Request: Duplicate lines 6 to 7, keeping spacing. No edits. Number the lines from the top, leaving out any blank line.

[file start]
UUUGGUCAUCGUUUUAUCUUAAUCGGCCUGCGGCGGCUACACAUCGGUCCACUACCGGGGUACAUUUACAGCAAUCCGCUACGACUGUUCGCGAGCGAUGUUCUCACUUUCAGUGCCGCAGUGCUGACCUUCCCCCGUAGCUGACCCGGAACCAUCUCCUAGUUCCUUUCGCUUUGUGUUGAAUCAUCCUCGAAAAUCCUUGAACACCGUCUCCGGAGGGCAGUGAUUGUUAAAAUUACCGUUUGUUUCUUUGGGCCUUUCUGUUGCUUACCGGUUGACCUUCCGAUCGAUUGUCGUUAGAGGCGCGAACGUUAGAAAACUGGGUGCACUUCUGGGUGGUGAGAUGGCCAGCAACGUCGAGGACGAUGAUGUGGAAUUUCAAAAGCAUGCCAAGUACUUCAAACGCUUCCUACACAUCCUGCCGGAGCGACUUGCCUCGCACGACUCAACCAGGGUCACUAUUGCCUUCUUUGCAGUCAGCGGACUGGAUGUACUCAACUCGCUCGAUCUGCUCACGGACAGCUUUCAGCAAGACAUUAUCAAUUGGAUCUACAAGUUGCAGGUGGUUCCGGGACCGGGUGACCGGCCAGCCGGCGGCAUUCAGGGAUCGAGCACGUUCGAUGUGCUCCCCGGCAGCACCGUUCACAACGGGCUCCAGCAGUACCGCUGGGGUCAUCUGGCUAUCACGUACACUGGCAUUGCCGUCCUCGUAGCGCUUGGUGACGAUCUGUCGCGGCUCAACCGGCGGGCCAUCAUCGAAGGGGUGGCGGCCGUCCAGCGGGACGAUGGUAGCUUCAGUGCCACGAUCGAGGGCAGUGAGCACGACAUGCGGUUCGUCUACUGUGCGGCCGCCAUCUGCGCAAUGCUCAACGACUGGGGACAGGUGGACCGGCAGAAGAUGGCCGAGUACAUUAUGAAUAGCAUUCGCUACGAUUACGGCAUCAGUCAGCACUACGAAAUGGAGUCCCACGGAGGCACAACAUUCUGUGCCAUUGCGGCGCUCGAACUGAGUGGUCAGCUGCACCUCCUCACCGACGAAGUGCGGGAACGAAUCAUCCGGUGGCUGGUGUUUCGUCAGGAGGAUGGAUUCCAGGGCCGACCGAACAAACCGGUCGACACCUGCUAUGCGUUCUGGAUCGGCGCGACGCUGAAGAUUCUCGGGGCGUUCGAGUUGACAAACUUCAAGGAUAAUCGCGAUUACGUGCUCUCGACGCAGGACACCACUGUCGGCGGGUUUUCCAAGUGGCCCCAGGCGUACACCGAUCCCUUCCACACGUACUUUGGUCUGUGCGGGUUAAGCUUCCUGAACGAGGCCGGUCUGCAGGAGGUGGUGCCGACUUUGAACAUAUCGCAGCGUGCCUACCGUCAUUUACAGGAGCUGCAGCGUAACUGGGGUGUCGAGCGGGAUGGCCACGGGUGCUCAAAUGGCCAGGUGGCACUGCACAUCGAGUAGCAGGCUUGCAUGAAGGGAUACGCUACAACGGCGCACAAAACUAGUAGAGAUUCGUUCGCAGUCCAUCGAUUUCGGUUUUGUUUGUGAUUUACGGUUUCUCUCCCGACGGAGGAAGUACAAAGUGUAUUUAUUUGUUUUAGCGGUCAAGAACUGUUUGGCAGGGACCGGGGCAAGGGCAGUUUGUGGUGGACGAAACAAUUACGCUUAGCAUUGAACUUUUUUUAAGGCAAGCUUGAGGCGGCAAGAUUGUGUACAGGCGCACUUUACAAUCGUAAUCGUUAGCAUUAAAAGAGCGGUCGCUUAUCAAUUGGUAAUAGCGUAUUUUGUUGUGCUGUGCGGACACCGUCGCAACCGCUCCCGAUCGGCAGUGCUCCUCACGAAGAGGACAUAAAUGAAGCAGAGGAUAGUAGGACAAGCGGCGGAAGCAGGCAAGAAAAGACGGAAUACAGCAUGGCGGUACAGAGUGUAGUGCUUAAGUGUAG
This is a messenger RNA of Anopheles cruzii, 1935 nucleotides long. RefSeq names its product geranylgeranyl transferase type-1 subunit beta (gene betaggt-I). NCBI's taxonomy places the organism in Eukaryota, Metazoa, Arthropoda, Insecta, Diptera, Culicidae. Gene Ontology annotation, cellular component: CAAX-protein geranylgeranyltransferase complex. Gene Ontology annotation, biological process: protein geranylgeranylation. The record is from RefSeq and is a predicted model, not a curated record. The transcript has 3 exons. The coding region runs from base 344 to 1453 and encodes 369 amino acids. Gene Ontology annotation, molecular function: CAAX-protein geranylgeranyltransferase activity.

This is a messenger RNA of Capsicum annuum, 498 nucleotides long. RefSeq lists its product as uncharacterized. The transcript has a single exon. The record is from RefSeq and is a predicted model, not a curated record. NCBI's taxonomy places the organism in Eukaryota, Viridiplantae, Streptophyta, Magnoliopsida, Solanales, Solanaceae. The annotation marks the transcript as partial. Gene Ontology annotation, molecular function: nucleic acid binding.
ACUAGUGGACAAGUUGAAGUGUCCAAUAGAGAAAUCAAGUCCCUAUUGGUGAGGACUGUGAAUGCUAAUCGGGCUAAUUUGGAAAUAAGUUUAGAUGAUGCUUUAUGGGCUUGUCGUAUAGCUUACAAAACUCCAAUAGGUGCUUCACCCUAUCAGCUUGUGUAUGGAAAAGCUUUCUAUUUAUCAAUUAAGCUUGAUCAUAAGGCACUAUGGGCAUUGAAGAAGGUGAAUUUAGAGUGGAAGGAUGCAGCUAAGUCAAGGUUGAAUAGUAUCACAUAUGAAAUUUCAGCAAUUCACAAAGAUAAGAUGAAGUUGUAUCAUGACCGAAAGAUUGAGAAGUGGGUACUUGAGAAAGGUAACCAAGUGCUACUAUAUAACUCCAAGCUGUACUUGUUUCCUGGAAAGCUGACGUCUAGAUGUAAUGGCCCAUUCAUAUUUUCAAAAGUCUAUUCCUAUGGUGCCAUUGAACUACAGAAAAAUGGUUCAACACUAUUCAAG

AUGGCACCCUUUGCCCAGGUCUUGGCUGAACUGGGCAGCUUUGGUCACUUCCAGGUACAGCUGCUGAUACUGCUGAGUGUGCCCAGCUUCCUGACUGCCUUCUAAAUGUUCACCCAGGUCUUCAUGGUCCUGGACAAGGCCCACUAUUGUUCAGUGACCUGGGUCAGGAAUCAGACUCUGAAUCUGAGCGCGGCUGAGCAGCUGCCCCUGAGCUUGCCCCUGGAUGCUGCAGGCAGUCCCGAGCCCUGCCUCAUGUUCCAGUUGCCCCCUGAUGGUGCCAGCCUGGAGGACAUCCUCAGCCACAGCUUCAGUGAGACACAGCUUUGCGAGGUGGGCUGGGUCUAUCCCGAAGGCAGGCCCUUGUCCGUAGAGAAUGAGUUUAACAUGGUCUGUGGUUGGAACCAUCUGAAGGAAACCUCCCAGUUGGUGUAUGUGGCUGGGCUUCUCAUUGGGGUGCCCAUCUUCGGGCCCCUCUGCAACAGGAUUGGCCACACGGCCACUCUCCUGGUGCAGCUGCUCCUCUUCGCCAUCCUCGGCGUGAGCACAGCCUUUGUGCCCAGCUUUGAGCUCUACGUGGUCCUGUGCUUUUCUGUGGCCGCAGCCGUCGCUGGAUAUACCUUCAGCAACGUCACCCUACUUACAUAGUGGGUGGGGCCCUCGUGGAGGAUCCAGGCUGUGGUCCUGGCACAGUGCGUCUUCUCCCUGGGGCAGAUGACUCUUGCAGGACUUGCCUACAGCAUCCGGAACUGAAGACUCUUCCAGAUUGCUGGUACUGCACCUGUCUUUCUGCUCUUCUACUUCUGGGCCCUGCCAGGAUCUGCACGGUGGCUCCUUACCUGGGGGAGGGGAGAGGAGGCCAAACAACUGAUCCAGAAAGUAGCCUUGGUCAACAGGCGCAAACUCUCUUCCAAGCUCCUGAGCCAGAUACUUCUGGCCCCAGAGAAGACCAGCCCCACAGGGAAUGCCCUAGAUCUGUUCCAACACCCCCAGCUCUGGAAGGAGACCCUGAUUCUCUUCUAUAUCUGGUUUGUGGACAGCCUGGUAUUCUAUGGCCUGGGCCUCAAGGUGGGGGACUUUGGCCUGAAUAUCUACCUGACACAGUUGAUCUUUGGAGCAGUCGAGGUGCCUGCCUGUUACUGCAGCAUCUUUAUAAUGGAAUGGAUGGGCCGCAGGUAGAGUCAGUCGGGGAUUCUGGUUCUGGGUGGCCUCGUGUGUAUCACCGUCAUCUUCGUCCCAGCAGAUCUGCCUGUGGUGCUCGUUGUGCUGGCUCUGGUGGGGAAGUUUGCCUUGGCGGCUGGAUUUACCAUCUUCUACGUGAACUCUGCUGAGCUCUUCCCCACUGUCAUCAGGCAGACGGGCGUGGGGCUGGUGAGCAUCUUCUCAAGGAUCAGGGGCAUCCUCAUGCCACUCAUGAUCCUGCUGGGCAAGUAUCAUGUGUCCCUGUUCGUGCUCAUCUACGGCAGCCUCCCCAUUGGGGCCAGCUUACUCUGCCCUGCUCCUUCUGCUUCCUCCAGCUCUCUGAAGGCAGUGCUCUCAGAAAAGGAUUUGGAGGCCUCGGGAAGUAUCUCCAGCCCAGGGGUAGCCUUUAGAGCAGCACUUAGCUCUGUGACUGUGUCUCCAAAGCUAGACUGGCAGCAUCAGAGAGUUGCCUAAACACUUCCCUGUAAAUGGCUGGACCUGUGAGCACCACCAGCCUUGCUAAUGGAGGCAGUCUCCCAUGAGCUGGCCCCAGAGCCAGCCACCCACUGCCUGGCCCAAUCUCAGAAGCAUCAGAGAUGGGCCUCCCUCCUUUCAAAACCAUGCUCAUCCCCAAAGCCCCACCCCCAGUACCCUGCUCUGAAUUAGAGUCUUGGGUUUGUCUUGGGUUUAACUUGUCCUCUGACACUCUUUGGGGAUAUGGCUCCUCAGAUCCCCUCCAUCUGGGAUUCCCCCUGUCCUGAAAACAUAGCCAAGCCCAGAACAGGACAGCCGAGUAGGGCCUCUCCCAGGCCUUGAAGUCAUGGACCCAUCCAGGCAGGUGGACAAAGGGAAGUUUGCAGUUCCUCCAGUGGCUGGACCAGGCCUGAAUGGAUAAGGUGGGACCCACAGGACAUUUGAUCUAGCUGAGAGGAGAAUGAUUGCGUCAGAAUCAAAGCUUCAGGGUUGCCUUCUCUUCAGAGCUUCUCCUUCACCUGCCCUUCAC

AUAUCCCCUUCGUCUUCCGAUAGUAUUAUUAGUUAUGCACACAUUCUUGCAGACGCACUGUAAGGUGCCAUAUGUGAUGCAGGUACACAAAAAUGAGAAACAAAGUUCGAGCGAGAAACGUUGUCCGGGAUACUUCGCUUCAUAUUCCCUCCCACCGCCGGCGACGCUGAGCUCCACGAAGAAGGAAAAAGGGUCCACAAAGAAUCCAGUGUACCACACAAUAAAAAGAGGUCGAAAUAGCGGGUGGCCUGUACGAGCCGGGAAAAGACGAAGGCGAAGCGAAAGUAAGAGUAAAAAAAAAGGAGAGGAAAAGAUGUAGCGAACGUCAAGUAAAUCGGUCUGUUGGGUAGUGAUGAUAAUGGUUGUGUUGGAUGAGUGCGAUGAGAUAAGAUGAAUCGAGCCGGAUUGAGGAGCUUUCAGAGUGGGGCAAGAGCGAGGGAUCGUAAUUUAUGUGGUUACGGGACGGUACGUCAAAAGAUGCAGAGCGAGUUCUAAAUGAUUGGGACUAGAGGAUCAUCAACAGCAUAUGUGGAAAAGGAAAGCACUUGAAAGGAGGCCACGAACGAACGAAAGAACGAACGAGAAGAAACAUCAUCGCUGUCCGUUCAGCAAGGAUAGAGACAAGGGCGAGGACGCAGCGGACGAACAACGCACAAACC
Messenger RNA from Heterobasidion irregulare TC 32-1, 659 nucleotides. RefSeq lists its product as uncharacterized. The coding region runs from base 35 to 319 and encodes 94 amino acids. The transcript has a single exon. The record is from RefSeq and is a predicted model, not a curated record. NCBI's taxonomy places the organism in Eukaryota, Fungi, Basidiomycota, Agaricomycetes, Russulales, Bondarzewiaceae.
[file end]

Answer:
AUAUCCCCUUCGUCUUCCGAUAGUAUUAUUAGUUAUGCACACAUUCUUGCAGACGCACUGUAAGGUGCCAUAUGUGAUGCAGGUACACAAAAAUGAGAAACAAAGUUCGAGCGAGAAACGUUGUCCGGGAUACUUCGCUUCAUAUUCCCUCCCACCGCCGGCGACGCUGAGCUCCACGAAGAAGGAAAAAGGGUCCACAAAGAAUCCAGUGUACCACACAAUAAAAAGAGGUCGAAAUAGCGGGUGGCCUGUACGAGCCGGGAAAAGACGAAGGCGAAGCGAAAGUAAGAGUAAAAAAAAAGGAGAGGAAAAGAUGUAGCGAACGUCAAGUAAAUCGGUCUGUUGGGUAGUGAUGAUAAUGGUUGUGUUGGAUGAGUGCGAUGAGAUAAGAUGAAUCGAGCCGGAUUGAGGAGCUUUCAGAGUGGGGCAAGAGCGAGGGAUCGUAAUUUAUGUGGUUACGGGACGGUACGUCAAAAGAUGCAGAGCGAGUUCUAAAUGAUUGGGACUAGAGGAUCAUCAACAGCAUAUGUGGAAAAGGAAAGCACUUGAAAGGAGGCCACGAACGAACGAAAGAACGAACGAGAAGAAACAUCAUCGCUGUCCGUUCAGCAAGGAUAGAGACAAGGGCGAGGACGCAGCGGACGAACAACGCACAAACC
Messenger RNA from Heterobasidion irregulare TC 32-1, 659 nucleotides. RefSeq lists its product as uncharacterized. The coding region runs from base 35 to 319 and encodes 94 amino acids. The transcript has a single exon. The record is from RefSeq and is a predicted model, not a curated record. NCBI's taxonomy places the organism in Eukaryota, Fungi, Basidiomycota, Agaricomycetes, Russulales, Bondarzewiaceae.